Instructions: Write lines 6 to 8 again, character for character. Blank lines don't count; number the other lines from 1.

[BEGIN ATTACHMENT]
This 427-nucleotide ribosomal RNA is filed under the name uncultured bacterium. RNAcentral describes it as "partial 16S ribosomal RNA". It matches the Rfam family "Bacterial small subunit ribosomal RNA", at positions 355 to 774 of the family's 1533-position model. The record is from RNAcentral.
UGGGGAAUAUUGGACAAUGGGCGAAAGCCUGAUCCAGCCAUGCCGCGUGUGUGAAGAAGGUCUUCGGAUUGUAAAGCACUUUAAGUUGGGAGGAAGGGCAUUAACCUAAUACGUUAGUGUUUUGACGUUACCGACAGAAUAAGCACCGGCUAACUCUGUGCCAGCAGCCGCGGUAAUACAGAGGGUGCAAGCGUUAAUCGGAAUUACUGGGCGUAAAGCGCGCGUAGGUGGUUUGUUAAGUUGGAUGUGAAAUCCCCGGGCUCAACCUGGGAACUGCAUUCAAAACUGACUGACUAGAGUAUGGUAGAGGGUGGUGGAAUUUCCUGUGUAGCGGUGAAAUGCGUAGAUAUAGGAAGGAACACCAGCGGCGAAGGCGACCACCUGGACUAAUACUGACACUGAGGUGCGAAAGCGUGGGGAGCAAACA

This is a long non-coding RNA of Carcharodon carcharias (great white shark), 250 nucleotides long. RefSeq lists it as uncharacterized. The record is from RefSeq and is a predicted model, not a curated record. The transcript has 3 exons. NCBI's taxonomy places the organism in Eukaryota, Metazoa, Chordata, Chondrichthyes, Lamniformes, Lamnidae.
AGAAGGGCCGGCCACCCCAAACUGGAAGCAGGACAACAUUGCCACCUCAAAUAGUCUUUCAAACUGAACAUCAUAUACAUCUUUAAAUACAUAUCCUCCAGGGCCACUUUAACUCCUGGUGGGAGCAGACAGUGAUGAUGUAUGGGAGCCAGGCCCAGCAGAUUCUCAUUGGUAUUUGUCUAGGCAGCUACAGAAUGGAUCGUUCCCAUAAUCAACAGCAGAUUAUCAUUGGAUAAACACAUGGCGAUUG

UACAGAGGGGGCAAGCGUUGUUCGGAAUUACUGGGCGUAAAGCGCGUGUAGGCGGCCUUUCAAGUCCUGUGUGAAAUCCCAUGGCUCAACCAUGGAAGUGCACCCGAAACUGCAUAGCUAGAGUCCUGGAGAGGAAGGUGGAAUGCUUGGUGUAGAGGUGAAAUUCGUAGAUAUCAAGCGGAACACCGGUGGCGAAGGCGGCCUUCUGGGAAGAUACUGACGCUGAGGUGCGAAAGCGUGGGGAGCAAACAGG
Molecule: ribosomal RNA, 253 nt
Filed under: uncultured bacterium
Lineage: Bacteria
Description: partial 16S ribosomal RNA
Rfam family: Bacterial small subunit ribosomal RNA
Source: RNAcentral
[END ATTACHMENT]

Molecule: ribosomal RNA, 253 nt
Filed under: uncultured bacterium
Lineage: Bacteria